In a new interview with Pete Pardo of Sea of Tranquility, STYX drummer Todd Sucherman spoke about the musical and lyrical direction of the upcoming follow-up to 2017’s “The Mission” album. He said: “It’s really great songs and great songwriting. There’s definitely some progressive leanings. There’s some beautiful melodies. Some songs, lyrically, sound like they were written in the middle of the pandemic, but they were written before the pandemic. I know a lot of people are gonna probably read things into the lyrics, and go, ‘Oh, they’re singing about that.’ Prophetically, it was written months before that. But that’s really all I can say. Top to bottom, there’s not a dog in the batch.”
This past October, Shaw told SiriusXM’s “Trunk Nation With Eddie Trunk” that the new STYX album was “done. Unfortunately, we’re gonna have to wait [to release the LP] until we can go out and perform and help to promote the album,” he said. “‘Cause otherwise, we’re just handing it to Spotify. We put a lot of time, energy and resources into doing this and would like an opportunity to be able to sell some albums and that sort of thing, and not come back with a 15-cent check at the end of the year.”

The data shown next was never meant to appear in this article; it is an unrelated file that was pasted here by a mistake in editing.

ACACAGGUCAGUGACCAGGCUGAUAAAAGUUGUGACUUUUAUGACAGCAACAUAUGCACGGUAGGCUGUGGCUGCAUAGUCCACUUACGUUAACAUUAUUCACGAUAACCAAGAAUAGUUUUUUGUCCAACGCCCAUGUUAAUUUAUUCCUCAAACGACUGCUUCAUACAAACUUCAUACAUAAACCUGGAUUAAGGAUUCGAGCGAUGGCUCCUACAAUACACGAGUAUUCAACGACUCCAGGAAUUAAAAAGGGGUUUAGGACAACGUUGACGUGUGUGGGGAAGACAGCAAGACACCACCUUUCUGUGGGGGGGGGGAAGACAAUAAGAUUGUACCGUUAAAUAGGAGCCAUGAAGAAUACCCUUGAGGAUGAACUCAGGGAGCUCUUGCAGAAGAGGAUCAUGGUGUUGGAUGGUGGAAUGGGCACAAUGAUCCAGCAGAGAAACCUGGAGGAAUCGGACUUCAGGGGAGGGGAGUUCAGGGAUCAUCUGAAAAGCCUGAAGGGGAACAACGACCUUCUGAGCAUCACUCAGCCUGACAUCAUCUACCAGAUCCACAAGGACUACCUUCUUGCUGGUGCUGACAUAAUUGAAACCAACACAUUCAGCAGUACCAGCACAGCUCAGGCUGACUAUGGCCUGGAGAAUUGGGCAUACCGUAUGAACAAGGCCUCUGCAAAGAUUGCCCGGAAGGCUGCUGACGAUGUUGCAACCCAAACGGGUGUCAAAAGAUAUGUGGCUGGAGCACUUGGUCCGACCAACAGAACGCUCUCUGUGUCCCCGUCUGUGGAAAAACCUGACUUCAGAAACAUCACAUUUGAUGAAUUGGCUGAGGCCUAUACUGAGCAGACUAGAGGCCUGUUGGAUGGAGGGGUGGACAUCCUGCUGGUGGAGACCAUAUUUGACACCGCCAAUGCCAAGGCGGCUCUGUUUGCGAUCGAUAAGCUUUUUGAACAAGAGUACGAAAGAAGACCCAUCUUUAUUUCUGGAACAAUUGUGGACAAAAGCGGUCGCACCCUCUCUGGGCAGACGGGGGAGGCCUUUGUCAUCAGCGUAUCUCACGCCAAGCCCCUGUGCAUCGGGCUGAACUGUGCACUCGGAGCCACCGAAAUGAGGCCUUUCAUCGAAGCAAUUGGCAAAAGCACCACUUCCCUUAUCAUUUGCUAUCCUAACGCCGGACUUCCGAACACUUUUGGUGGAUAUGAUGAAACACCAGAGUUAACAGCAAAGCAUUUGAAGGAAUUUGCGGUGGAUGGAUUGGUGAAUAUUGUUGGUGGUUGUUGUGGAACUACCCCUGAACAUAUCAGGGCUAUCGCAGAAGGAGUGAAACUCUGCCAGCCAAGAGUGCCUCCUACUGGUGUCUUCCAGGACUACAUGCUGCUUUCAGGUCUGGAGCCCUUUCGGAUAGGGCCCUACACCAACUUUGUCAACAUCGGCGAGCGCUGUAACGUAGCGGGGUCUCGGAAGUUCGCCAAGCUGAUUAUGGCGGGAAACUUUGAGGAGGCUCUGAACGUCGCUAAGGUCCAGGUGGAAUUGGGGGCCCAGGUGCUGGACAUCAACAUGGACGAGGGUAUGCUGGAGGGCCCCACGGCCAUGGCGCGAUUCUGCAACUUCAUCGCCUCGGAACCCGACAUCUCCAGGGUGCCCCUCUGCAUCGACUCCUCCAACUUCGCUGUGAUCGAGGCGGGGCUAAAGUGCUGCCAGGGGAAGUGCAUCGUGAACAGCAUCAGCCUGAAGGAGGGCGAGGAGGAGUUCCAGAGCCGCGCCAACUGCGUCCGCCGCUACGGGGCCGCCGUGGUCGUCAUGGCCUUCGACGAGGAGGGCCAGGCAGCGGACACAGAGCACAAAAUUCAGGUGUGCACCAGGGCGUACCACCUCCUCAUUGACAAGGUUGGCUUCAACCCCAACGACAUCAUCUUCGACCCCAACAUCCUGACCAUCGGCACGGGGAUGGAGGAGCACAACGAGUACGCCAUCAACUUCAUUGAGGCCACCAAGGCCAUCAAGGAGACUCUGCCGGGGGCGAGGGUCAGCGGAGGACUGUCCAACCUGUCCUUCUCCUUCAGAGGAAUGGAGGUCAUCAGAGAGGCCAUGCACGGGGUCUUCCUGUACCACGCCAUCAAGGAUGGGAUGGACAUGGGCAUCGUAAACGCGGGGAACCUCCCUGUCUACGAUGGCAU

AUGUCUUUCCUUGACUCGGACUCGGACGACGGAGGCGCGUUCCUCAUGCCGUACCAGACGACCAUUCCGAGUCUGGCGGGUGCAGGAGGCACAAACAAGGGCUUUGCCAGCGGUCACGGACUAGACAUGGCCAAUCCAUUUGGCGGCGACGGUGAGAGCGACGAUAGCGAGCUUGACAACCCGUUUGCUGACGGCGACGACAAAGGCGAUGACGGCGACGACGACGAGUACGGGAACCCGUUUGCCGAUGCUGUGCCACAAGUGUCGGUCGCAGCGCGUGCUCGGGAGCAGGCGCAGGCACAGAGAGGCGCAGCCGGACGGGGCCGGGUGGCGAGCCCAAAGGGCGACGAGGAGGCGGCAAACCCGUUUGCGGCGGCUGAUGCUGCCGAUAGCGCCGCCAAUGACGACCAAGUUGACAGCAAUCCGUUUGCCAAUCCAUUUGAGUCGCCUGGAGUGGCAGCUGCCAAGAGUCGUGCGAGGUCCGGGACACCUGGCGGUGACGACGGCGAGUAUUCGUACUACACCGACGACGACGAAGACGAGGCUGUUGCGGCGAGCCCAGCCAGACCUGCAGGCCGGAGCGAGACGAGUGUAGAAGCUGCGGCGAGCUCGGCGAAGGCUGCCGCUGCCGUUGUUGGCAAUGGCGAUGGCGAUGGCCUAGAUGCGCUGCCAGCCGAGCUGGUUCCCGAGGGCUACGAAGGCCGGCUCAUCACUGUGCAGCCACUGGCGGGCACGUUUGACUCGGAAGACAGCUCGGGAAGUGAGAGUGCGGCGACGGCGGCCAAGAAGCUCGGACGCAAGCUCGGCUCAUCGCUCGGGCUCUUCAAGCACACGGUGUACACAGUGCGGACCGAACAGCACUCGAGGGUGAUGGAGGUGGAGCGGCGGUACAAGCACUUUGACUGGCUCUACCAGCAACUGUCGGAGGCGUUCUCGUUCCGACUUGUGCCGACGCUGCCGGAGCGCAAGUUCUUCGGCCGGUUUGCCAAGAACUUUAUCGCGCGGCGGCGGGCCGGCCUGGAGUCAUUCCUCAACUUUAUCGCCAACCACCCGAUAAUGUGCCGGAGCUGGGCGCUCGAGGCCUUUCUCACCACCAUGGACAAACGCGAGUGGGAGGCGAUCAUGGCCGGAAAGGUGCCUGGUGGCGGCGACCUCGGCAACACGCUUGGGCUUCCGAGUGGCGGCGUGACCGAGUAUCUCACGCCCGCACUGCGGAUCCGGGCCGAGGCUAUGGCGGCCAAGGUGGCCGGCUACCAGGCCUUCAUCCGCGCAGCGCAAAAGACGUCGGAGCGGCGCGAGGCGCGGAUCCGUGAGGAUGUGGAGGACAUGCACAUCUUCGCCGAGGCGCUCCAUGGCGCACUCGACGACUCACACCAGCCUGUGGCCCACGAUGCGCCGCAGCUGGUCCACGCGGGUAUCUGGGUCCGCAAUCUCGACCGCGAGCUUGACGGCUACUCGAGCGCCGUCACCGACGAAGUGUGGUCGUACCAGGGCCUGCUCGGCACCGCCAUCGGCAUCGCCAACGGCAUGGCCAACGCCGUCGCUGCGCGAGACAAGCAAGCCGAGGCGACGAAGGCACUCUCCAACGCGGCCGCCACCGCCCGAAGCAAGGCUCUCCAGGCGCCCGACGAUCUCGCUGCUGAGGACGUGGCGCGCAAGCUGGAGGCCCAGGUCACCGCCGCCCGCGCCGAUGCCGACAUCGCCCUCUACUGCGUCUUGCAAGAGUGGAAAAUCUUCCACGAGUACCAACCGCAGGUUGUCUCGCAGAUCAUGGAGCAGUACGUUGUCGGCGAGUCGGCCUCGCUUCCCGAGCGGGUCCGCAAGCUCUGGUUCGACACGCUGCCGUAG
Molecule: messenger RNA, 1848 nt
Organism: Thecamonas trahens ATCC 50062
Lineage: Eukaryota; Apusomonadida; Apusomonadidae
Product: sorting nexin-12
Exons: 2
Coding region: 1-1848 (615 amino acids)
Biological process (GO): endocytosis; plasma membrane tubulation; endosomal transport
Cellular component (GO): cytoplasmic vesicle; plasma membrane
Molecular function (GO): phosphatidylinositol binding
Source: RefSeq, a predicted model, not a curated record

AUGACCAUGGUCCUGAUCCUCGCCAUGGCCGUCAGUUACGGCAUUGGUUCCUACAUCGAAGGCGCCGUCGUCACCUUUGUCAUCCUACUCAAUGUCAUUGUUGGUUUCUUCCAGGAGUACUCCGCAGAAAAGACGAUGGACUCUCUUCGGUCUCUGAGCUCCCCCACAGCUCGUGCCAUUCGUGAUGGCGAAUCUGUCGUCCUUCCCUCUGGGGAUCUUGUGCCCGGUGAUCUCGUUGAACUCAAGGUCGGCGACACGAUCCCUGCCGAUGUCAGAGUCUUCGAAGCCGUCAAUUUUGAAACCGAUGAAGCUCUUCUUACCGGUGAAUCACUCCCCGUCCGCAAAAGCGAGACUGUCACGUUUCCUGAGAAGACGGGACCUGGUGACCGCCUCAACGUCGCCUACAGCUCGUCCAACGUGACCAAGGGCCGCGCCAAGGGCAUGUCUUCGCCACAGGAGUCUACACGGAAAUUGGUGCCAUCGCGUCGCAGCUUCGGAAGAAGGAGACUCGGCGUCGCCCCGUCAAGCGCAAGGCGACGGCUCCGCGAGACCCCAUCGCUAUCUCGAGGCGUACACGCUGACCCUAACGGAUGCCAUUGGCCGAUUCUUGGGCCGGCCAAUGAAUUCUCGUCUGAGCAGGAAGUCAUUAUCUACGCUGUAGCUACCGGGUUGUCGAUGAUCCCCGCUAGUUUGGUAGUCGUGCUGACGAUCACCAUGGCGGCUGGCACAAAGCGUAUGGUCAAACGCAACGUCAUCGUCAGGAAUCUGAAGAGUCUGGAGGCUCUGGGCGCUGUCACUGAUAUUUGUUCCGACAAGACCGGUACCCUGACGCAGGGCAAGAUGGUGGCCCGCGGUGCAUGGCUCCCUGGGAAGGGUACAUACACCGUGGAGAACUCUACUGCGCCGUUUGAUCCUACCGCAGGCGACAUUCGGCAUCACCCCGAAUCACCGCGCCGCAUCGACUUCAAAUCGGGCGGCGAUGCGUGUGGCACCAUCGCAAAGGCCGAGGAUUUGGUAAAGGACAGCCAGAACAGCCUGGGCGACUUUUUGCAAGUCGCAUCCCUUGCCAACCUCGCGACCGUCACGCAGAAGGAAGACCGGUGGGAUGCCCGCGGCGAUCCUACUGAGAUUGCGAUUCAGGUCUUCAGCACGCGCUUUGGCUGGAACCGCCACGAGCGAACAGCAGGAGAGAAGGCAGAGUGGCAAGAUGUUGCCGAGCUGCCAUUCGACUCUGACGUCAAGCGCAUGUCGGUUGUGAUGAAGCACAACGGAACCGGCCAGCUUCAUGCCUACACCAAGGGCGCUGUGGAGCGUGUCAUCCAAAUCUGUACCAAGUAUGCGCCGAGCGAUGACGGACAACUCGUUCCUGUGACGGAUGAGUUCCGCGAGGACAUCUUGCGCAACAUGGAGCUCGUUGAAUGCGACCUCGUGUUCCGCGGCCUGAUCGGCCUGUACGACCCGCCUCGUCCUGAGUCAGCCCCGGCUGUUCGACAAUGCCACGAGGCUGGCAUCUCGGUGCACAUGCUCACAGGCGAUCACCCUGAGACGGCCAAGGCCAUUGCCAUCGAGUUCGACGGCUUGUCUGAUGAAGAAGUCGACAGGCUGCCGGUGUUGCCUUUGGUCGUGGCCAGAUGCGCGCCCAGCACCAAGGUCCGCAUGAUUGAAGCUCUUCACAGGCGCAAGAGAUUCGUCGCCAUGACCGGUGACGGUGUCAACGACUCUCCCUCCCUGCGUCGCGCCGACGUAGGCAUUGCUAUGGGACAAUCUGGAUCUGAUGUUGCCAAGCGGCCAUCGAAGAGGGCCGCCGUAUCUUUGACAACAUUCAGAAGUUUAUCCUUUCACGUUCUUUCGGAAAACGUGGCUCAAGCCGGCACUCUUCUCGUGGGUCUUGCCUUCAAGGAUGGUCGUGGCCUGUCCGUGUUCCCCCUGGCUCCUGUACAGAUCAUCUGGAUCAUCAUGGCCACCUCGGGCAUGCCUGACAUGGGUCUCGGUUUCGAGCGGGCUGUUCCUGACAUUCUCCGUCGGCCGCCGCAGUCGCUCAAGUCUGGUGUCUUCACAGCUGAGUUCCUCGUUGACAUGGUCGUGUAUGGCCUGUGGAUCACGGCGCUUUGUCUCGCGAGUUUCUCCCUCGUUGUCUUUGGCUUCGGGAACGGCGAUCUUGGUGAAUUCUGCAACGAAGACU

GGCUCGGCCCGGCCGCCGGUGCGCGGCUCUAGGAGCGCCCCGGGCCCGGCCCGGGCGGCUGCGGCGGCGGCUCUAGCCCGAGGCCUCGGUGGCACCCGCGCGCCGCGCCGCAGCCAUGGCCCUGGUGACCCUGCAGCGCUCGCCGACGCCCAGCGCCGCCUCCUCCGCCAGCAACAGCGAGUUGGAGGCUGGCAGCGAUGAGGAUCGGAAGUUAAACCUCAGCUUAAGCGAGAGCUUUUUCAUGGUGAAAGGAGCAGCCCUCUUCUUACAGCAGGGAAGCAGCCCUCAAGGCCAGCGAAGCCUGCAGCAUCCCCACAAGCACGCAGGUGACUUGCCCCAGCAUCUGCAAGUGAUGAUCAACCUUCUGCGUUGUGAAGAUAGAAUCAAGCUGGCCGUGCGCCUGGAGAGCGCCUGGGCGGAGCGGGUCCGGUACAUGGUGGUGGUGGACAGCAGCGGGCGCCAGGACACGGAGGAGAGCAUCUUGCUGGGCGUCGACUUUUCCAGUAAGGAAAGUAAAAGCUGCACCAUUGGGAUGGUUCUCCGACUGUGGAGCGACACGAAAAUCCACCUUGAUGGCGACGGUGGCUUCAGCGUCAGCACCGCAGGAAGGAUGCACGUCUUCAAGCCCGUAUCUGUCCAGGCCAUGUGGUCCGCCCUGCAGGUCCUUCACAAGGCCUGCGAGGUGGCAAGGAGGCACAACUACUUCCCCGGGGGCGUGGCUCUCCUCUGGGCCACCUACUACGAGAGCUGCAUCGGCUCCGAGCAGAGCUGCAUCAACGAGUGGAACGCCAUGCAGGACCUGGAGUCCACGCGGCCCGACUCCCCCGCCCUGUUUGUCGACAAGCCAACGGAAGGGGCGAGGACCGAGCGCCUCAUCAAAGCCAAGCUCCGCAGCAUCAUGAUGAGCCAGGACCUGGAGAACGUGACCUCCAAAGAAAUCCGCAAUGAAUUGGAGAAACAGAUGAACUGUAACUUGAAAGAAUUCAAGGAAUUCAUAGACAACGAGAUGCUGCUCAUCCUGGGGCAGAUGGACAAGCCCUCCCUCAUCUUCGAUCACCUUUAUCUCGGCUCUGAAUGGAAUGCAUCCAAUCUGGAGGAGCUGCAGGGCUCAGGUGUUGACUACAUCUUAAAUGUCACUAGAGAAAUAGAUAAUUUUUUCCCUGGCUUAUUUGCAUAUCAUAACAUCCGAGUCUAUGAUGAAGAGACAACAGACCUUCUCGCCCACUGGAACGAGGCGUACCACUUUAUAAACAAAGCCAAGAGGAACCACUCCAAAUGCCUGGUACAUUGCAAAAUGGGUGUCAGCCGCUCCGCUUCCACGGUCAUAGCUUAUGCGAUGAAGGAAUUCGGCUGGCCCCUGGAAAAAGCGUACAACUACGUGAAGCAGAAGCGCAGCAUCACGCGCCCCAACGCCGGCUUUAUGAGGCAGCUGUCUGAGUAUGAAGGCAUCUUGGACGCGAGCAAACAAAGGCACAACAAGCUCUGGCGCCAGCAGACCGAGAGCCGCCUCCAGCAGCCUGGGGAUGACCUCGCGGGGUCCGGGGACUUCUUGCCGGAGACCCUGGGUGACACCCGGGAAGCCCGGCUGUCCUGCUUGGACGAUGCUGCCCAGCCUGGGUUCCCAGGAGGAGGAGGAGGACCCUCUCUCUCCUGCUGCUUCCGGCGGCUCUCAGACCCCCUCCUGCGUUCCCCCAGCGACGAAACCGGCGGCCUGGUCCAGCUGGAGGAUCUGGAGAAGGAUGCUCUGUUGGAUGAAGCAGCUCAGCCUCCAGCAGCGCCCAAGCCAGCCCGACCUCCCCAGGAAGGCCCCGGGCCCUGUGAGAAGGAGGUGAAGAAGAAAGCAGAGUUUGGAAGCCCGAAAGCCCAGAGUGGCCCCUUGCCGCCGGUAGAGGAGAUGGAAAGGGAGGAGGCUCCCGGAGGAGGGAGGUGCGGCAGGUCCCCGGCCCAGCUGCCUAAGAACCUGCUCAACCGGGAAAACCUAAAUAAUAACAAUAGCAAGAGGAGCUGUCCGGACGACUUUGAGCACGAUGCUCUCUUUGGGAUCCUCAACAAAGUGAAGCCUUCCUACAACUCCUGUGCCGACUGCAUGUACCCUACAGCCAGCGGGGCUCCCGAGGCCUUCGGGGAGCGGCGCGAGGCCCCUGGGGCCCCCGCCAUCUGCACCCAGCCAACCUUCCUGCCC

Released in June 2017, “The Mission” marked STYX’s first new LP in 14 years. It was recorded at Blackbird Studios in Nashville, co-produced and co-written with Will Evankovich, a longtime collaborator of Shaw’s in the SHAW/BLADES band and who also plays with THE GUESS WHO.
During the late 1970s and early 1980s, four straight STYX albums sold at least two million copies — “The Grand Illusion” (1977), “Pieces Of Eight” (1978), “Cornerstone” (1979) and “Paradise Theatre” (1981). The band eventually replaced original singer/keyboardist/songwriter Dennis DeYoung in 1999 with Lawrence Gowan.
News © by Blabbermouth.Net